Casa De Maryland, Inc. v. Trump, No. 19-2222 (4th Cir. 2020)Annotate this Case
The Immigration and Nationality Act states that any alien who is “likely at any time to become a public charge is inadmissible,” 8 U.S.C. 1182(a)(4)(A) but has never defined “public charge.” The Department of Homeland Security sought to define “public charge,” via rulemaking, as an alien who was likely to receive certain public benefits, including many cash and noncash benefits, for more than 12 months in the aggregate over any 36-month period. The district court enjoined that Rule nationwide.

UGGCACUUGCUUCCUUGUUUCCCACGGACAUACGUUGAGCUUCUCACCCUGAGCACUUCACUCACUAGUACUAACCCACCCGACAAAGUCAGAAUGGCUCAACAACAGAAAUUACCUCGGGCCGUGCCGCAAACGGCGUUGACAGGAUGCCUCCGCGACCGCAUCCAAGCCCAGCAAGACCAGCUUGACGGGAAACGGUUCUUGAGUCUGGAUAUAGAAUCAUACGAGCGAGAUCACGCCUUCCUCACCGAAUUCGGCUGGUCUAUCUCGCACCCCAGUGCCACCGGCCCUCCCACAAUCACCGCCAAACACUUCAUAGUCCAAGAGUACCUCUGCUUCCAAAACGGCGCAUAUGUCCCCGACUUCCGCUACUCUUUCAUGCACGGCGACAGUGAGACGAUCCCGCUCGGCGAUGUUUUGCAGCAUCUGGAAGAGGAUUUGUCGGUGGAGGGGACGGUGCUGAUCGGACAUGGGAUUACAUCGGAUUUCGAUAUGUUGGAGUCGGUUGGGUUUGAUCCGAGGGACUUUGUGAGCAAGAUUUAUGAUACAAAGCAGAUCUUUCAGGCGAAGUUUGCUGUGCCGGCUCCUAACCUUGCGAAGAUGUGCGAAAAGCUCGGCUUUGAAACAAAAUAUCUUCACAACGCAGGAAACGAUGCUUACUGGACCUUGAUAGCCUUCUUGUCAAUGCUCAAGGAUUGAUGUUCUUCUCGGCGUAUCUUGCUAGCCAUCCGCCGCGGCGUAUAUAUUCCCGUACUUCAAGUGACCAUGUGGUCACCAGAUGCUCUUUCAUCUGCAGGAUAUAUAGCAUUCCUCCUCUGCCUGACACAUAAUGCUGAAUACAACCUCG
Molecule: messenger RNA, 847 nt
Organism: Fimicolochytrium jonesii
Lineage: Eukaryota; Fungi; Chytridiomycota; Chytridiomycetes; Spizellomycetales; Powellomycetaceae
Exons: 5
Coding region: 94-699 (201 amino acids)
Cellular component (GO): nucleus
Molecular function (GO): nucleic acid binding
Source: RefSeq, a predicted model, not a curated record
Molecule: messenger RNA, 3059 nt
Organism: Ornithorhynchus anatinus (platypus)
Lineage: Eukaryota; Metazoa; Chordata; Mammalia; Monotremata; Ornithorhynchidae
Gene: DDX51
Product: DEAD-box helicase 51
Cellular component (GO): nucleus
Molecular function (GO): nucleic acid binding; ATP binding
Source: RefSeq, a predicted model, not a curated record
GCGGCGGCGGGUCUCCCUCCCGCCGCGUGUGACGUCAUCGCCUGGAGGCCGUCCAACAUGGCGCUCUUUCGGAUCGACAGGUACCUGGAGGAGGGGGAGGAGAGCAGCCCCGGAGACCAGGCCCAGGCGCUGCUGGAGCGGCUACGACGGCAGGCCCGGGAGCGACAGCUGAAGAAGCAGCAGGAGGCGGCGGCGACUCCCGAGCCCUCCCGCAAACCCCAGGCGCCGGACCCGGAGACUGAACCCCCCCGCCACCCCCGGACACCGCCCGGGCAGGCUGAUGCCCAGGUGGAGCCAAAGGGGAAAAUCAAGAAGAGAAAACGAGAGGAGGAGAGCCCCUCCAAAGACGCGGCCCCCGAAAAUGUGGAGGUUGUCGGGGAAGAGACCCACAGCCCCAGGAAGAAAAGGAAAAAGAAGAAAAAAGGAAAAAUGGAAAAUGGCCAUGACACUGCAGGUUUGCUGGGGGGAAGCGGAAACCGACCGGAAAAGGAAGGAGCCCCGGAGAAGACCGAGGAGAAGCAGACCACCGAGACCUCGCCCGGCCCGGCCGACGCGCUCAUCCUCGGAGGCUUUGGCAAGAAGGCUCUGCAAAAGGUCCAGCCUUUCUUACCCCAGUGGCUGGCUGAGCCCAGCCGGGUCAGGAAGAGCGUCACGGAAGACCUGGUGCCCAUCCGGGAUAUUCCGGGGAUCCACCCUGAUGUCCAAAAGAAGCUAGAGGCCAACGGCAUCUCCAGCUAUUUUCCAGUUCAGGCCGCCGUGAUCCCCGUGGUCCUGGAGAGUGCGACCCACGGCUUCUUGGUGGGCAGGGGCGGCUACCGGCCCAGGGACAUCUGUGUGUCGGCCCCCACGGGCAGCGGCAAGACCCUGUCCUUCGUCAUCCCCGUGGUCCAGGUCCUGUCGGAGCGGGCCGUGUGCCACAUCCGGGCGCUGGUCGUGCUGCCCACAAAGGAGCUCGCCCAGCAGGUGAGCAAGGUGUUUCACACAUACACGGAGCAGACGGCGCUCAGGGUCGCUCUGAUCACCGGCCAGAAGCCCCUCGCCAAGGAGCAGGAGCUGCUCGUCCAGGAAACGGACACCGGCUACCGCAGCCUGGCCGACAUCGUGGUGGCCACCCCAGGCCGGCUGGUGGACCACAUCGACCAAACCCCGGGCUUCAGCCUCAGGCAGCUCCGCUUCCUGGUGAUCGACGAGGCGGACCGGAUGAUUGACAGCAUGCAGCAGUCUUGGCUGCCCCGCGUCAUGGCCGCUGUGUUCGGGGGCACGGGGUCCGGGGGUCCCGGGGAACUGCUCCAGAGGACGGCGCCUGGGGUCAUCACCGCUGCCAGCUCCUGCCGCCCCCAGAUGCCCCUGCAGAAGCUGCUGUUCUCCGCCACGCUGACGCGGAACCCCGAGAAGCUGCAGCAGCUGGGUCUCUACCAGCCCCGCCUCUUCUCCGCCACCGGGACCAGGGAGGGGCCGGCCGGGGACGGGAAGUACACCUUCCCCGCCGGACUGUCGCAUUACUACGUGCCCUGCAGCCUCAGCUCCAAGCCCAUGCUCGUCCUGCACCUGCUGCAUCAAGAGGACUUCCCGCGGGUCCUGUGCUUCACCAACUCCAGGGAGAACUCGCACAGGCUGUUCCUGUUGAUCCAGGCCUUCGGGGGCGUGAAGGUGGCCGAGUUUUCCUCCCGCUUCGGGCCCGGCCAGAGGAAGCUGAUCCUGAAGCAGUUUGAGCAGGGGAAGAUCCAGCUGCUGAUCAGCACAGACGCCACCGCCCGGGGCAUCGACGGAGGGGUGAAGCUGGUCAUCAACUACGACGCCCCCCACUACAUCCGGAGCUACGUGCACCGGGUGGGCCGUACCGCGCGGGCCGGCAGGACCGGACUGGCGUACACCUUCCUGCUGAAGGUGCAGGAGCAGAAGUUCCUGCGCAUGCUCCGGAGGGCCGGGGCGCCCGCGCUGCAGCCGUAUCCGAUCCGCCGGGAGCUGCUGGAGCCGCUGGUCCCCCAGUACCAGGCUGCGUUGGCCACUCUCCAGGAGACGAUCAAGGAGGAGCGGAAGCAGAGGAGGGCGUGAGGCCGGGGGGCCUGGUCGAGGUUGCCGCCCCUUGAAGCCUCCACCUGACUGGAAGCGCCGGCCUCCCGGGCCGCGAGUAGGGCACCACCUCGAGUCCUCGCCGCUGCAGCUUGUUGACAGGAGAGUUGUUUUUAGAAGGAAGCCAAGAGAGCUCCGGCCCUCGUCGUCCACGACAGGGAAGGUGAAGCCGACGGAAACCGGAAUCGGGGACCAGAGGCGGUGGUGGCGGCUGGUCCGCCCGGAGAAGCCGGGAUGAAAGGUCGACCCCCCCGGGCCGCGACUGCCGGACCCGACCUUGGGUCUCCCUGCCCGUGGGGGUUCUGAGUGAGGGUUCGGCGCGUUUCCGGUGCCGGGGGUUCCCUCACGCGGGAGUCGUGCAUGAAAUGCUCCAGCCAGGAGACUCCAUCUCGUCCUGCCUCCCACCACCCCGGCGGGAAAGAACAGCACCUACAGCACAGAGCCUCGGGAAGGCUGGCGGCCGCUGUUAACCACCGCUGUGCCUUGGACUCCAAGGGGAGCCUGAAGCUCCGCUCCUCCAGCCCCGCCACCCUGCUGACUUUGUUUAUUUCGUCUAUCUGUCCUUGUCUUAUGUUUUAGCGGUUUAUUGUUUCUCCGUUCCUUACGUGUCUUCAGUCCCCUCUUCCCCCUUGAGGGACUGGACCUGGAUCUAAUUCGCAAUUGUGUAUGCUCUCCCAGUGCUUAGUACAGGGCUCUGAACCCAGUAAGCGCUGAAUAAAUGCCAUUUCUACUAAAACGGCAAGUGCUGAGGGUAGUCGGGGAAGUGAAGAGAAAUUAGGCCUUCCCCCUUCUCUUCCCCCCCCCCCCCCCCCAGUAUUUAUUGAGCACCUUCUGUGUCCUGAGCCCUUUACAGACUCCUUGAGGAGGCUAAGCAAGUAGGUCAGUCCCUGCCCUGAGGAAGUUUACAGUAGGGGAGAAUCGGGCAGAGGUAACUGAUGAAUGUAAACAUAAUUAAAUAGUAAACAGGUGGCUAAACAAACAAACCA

The Fourth Circuit reversed. Invalidating the Rule “would visit palpable harm upon the Constitution’s structure and the circumscribed function of the federal courts that document prescribes” and would entail the disregard of the statute's plain text. The Constitution commands “special judicial deference” to the political branches in light of the intricacies and sensitivities inherent in immigration policy. Congress has charged the executive with defining and implementing a purposefully ambiguous term and has resisted giving the term the definite meaning that the plaintiffs seek. The court noted that, in cases addressing the identical issue, the Supreme Court granted the government’s emergency request to stay the preliminary injunctions, an action which would have been improbable if not impossible had the government, as the stay applicant, not made “a strong showing that it was likely to succeed on the merits.”